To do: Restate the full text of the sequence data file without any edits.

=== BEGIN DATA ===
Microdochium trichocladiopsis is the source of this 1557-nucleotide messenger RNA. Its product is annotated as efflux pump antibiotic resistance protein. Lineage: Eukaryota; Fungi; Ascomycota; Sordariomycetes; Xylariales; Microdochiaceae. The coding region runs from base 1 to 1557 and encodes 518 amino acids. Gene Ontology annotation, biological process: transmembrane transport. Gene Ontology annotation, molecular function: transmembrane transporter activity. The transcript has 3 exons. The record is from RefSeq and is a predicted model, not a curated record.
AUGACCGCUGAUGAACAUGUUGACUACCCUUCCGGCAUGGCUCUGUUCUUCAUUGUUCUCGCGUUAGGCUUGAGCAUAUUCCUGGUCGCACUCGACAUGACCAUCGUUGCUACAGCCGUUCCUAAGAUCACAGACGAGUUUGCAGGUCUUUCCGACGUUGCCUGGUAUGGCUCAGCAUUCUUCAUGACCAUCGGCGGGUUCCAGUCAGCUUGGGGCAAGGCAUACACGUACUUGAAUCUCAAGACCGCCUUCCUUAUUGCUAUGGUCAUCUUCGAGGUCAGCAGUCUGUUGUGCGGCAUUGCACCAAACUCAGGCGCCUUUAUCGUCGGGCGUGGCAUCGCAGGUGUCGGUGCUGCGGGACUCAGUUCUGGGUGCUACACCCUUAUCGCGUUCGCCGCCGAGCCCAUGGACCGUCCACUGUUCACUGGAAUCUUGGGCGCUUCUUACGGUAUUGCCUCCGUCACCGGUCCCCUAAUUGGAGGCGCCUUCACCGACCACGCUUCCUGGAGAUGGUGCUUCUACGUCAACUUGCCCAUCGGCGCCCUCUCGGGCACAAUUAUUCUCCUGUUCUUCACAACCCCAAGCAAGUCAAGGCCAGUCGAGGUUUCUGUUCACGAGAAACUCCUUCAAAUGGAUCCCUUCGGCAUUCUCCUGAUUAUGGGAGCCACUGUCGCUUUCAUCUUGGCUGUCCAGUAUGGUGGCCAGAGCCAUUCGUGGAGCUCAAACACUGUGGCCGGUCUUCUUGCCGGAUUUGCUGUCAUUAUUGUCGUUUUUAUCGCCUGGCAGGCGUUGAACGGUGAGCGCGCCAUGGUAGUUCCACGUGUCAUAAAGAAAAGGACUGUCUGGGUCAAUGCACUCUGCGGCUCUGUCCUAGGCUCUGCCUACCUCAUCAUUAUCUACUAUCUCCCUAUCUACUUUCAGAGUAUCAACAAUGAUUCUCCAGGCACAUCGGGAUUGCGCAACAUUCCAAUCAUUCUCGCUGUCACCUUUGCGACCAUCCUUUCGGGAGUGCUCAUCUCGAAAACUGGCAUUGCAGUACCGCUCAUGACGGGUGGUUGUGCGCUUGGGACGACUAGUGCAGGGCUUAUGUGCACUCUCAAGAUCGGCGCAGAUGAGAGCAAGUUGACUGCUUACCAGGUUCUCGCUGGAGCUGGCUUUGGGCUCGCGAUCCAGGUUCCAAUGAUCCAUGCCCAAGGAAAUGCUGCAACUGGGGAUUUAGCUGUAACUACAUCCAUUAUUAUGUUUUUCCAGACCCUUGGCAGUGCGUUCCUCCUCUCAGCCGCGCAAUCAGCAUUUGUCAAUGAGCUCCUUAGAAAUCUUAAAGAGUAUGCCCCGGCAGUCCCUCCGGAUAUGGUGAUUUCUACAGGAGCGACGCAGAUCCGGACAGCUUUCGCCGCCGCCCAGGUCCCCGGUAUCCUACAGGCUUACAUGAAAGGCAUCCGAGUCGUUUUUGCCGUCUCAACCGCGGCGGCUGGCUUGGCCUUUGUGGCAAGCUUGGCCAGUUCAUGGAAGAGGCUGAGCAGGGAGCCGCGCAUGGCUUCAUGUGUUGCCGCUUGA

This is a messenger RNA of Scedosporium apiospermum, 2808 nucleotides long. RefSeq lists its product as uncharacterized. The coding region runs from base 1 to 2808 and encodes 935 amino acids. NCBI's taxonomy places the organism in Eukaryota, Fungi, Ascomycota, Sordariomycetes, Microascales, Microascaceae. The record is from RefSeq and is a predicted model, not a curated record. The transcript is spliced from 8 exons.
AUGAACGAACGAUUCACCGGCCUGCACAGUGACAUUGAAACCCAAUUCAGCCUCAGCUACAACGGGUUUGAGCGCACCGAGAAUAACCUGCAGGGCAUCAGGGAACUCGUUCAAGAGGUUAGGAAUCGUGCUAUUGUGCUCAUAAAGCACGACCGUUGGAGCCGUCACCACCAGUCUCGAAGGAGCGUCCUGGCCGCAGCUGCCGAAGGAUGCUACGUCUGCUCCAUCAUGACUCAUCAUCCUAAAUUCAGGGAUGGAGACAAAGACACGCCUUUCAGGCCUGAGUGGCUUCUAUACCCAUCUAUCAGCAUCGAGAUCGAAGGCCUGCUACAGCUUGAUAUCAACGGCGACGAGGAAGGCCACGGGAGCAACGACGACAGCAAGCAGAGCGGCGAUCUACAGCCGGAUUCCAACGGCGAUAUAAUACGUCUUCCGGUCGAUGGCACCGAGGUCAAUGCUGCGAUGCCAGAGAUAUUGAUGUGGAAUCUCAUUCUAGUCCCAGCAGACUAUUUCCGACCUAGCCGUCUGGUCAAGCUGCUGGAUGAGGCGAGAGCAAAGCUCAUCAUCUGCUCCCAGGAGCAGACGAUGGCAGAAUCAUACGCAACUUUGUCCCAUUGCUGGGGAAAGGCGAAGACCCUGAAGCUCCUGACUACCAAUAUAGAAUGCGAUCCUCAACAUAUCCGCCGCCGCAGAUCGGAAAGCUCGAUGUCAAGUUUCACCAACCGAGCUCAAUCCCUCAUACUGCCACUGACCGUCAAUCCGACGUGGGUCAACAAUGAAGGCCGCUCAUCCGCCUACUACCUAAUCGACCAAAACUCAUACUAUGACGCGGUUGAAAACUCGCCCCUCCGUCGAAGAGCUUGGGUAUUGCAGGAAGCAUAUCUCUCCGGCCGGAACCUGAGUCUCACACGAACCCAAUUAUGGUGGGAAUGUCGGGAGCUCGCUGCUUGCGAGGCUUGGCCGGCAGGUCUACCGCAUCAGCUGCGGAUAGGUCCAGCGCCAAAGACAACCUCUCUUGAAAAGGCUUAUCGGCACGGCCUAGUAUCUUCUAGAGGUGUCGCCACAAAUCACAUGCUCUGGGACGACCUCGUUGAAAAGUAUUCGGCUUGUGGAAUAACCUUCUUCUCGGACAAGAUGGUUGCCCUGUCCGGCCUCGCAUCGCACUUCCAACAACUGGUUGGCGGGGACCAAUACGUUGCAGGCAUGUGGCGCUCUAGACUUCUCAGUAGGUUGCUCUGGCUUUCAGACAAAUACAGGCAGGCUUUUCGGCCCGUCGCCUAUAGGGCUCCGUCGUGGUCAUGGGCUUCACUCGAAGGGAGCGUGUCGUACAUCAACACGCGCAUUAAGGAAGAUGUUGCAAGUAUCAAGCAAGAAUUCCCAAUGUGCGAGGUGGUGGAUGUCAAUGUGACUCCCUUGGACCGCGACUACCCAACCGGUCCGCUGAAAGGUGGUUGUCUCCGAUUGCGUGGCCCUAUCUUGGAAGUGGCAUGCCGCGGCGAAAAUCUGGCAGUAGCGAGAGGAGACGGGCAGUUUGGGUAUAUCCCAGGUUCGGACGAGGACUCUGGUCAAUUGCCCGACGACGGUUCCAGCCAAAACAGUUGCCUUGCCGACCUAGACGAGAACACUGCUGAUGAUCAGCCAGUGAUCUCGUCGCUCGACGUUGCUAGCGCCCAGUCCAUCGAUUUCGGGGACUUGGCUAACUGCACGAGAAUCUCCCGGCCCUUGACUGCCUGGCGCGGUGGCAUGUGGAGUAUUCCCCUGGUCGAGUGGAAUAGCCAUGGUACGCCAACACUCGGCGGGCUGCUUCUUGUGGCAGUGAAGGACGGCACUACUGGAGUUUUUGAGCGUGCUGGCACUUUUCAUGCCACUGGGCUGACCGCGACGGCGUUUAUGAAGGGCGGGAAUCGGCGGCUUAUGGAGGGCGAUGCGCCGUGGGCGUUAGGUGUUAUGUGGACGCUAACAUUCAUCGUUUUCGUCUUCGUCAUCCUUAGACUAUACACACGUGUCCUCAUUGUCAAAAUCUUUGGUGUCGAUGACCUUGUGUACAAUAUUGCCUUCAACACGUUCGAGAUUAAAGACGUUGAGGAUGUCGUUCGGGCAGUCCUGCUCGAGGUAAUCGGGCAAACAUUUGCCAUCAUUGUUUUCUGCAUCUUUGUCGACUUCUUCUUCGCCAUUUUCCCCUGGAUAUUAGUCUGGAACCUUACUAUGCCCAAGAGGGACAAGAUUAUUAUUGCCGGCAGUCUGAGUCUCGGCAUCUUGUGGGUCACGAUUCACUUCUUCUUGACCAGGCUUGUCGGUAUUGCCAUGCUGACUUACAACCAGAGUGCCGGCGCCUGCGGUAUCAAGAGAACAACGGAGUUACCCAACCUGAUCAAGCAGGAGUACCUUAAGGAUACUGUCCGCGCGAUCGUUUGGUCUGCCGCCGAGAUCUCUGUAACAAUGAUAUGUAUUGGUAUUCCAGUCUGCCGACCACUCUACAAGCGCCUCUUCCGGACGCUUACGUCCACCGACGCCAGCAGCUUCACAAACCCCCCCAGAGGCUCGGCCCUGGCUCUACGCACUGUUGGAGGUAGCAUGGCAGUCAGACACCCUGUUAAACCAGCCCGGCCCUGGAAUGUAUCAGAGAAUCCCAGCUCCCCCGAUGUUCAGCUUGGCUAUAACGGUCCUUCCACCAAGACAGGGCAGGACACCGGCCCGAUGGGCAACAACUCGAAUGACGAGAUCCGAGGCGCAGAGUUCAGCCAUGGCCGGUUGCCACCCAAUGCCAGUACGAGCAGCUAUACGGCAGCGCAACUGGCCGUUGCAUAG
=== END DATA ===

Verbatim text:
Microdochium trichocladiopsis is the source of this 1557-nucleotide messenger RNA. Its product is annotated as efflux pump antibiotic resistance protein. Lineage: Eukaryota; Fungi; Ascomycota; Sordariomycetes; Xylariales; Microdochiaceae. The coding region runs from base 1 to 1557 and encodes 518 amino acids. Gene Ontology annotation, biological process: transmembrane transport. Gene Ontology annotation, molecular function: transmembrane transporter activity. The transcript has 3 exons. The record is from RefSeq and is a predicted model, not a curated record.
AUGACCGCUGAUGAACAUGUUGACUACCCUUCCGGCAUGGCUCUGUUCUUCAUUGUUCUCGCGUUAGGCUUGAGCAUAUUCCUGGUCGCACUCGACAUGACCAUCGUUGCUACAGCCGUUCCUAAGAUCACAGACGAGUUUGCAGGUCUUUCCGACGUUGCCUGGUAUGGCUCAGCAUUCUUCAUGACCAUCGGCGGGUUCCAGUCAGCUUGGGGCAAGGCAUACACGUACUUGAAUCUCAAGACCGCCUUCCUUAUUGCUAUGGUCAUCUUCGAGGUCAGCAGUCUGUUGUGCGGCAUUGCACCAAACUCAGGCGCCUUUAUCGUCGGGCGUGGCAUCGCAGGUGUCGGUGCUGCGGGACUCAGUUCUGGGUGCUACACCCUUAUCGCGUUCGCCGCCGAGCCCAUGGACCGUCCACUGUUCACUGGAAUCUUGGGCGCUUCUUACGGUAUUGCCUCCGUCACCGGUCCCCUAAUUGGAGGCGCCUUCACCGACCACGCUUCCUGGAGAUGGUGCUUCUACGUCAACUUGCCCAUCGGCGCCCUCUCGGGCACAAUUAUUCUCCUGUUCUUCACAACCCCAAGCAAGUCAAGGCCAGUCGAGGUUUCUGUUCACGAGAAACUCCUUCAAAUGGAUCCCUUCGGCAUUCUCCUGAUUAUGGGAGCCACUGUCGCUUUCAUCUUGGCUGUCCAGUAUGGUGGCCAGAGCCAUUCGUGGAGCUCAAACACUGUGGCCGGUCUUCUUGCCGGAUUUGCUGUCAUUAUUGUCGUUUUUAUCGCCUGGCAGGCGUUGAACGGUGAGCGCGCCAUGGUAGUUCCACGUGUCAUAAAGAAAAGGACUGUCUGGGUCAAUGCACUCUGCGGCUCUGUCCUAGGCUCUGCCUACCUCAUCAUUAUCUACUAUCUCCCUAUCUACUUUCAGAGUAUCAACAAUGAUUCUCCAGGCACAUCGGGAUUGCGCAACAUUCCAAUCAUUCUCGCUGUCACCUUUGCGACCAUCCUUUCGGGAGUGCUCAUCUCGAAAACUGGCAUUGCAGUACCGCUCAUGACGGGUGGUUGUGCGCUUGGGACGACUAGUGCAGGGCUUAUGUGCACUCUCAAGAUCGGCGCAGAUGAGAGCAAGUUGACUGCUUACCAGGUUCUCGCUGGAGCUGGCUUUGGGCUCGCGAUCCAGGUUCCAAUGAUCCAUGCCCAAGGAAAUGCUGCAACUGGGGAUUUAGCUGUAACUACAUCCAUUAUUAUGUUUUUCCAGACCCUUGGCAGUGCGUUCCUCCUCUCAGCCGCGCAAUCAGCAUUUGUCAAUGAGCUCCUUAGAAAUCUUAAAGAGUAUGCCCCGGCAGUCCCUCCGGAUAUGGUGAUUUCUACAGGAGCGACGCAGAUCCGGACAGCUUUCGCCGCCGCCCAGGUCCCCGGUAUCCUACAGGCUUACAUGAAAGGCAUCCGAGUCGUUUUUGCCGUCUCAACCGCGGCGGCUGGCUUGGCCUUUGUGGCAAGCUUGGCCAGUUCAUGGAAGAGGCUGAGCAGGGAGCCGCGCAUGGCUUCAUGUGUUGCCGCUUGA

This is a messenger RNA of Scedosporium apiospermum, 2808 nucleotides long. RefSeq lists its product as uncharacterized. The coding region runs from base 1 to 2808 and encodes 935 amino acids. NCBI's taxonomy places the organism in Eukaryota, Fungi, Ascomycota, Sordariomycetes, Microascales, Microascaceae. The record is from RefSeq and is a predicted model, not a curated record. The transcript is spliced from 8 exons.
AUGAACGAACGAUUCACCGGCCUGCACAGUGACAUUGAAACCCAAUUCAGCCUCAGCUACAACGGGUUUGAGCGCACCGAGAAUAACCUGCAGGGCAUCAGGGAACUCGUUCAAGAGGUUAGGAAUCGUGCUAUUGUGCUCAUAAAGCACGACCGUUGGAGCCGUCACCACCAGUCUCGAAGGAGCGUCCUGGCCGCAGCUGCCGAAGGAUGCUACGUCUGCUCCAUCAUGACUCAUCAUCCUAAAUUCAGGGAUGGAGACAAAGACACGCCUUUCAGGCCUGAGUGGCUUCUAUACCCAUCUAUCAGCAUCGAGAUCGAAGGCCUGCUACAGCUUGAUAUCAACGGCGACGAGGAAGGCCACGGGAGCAACGACGACAGCAAGCAGAGCGGCGAUCUACAGCCGGAUUCCAACGGCGAUAUAAUACGUCUUCCGGUCGAUGGCACCGAGGUCAAUGCUGCGAUGCCAGAGAUAUUGAUGUGGAAUCUCAUUCUAGUCCCAGCAGACUAUUUCCGACCUAGCCGUCUGGUCAAGCUGCUGGAUGAGGCGAGAGCAAAGCUCAUCAUCUGCUCCCAGGAGCAGACGAUGGCAGAAUCAUACGCAACUUUGUCCCAUUGCUGGGGAAAGGCGAAGACCCUGAAGCUCCUGACUACCAAUAUAGAAUGCGAUCCUCAACAUAUCCGCCGCCGCAGAUCGGAAAGCUCGAUGUCAAGUUUCACCAACCGAGCUCAAUCCCUCAUACUGCCACUGACCGUCAAUCCGACGUGGGUCAACAAUGAAGGCCGCUCAUCCGCCUACUACCUAAUCGACCAAAACUCAUACUAUGACGCGGUUGAAAACUCGCCCCUCCGUCGAAGAGCUUGGGUAUUGCAGGAAGCAUAUCUCUCCGGCCGGAACCUGAGUCUCACACGAACCCAAUUAUGGUGGGAAUGUCGGGAGCUCGCUGCUUGCGAGGCUUGGCCGGCAGGUCUACCGCAUCAGCUGCGGAUAGGUCCAGCGCCAAAGACAACCUCUCUUGAAAAGGCUUAUCGGCACGGCCUAGUAUCUUCUAGAGGUGUCGCCACAAAUCACAUGCUCUGGGACGACCUCGUUGAAAAGUAUUCGGCUUGUGGAAUAACCUUCUUCUCGGACAAGAUGGUUGCCCUGUCCGGCCUCGCAUCGCACUUCCAACAACUGGUUGGCGGGGACCAAUACGUUGCAGGCAUGUGGCGCUCUAGACUUCUCAGUAGGUUGCUCUGGCUUUCAGACAAAUACAGGCAGGCUUUUCGGCCCGUCGCCUAUAGGGCUCCGUCGUGGUCAUGGGCUUCACUCGAAGGGAGCGUGUCGUACAUCAACACGCGCAUUAAGGAAGAUGUUGCAAGUAUCAAGCAAGAAUUCCCAAUGUGCGAGGUGGUGGAUGUCAAUGUGACUCCCUUGGACCGCGACUACCCAACCGGUCCGCUGAAAGGUGGUUGUCUCCGAUUGCGUGGCCCUAUCUUGGAAGUGGCAUGCCGCGGCGAAAAUCUGGCAGUAGCGAGAGGAGACGGGCAGUUUGGGUAUAUCCCAGGUUCGGACGAGGACUCUGGUCAAUUGCCCGACGACGGUUCCAGCCAAAACAGUUGCCUUGCCGACCUAGACGAGAACACUGCUGAUGAUCAGCCAGUGAUCUCGUCGCUCGACGUUGCUAGCGCCCAGUCCAUCGAUUUCGGGGACUUGGCUAACUGCACGAGAAUCUCCCGGCCCUUGACUGCCUGGCGCGGUGGCAUGUGGAGUAUUCCCCUGGUCGAGUGGAAUAGCCAUGGUACGCCAACACUCGGCGGGCUGCUUCUUGUGGCAGUGAAGGACGGCACUACUGGAGUUUUUGAGCGUGCUGGCACUUUUCAUGCCACUGGGCUGACCGCGACGGCGUUUAUGAAGGGCGGGAAUCGGCGGCUUAUGGAGGGCGAUGCGCCGUGGGCGUUAGGUGUUAUGUGGACGCUAACAUUCAUCGUUUUCGUCUUCGUCAUCCUUAGACUAUACACACGUGUCCUCAUUGUCAAAAUCUUUGGUGUCGAUGACCUUGUGUACAAUAUUGCCUUCAACACGUUCGAGAUUAAAGACGUUGAGGAUGUCGUUCGGGCAGUCCUGCUCGAGGUAAUCGGGCAAACAUUUGCCAUCAUUGUUUUCUGCAUCUUUGUCGACUUCUUCUUCGCCAUUUUCCCCUGGAUAUUAGUCUGGAACCUUACUAUGCCCAAGAGGGACAAGAUUAUUAUUGCCGGCAGUCUGAGUCUCGGCAUCUUGUGGGUCACGAUUCACUUCUUCUUGACCAGGCUUGUCGGUAUUGCCAUGCUGACUUACAACCAGAGUGCCGGCGCCUGCGGUAUCAAGAGAACAACGGAGUUACCCAACCUGAUCAAGCAGGAGUACCUUAAGGAUACUGUCCGCGCGAUCGUUUGGUCUGCCGCCGAGAUCUCUGUAACAAUGAUAUGUAUUGGUAUUCCAGUCUGCCGACCACUCUACAAGCGCCUCUUCCGGACGCUUACGUCCACCGACGCCAGCAGCUUCACAAACCCCCCCAGAGGCUCGGCCCUGGCUCUACGCACUGUUGGAGGUAGCAUGGCAGUCAGACACCCUGUUAAACCAGCCCGGCCCUGGAAUGUAUCAGAGAAUCCCAGCUCCCCCGAUGUUCAGCUUGGCUAUAACGGUCCUUCCACCAAGACAGGGCAGGACACCGGCCCGAUGGGCAACAACUCGAAUGACGAGAUCCGAGGCGCAGAGUUCAGCCAUGGCCGGUUGCCACCCAAUGCCAGUACGAGCAGCUAUACGGCAGCGCAACUGGCCGUUGCAUAG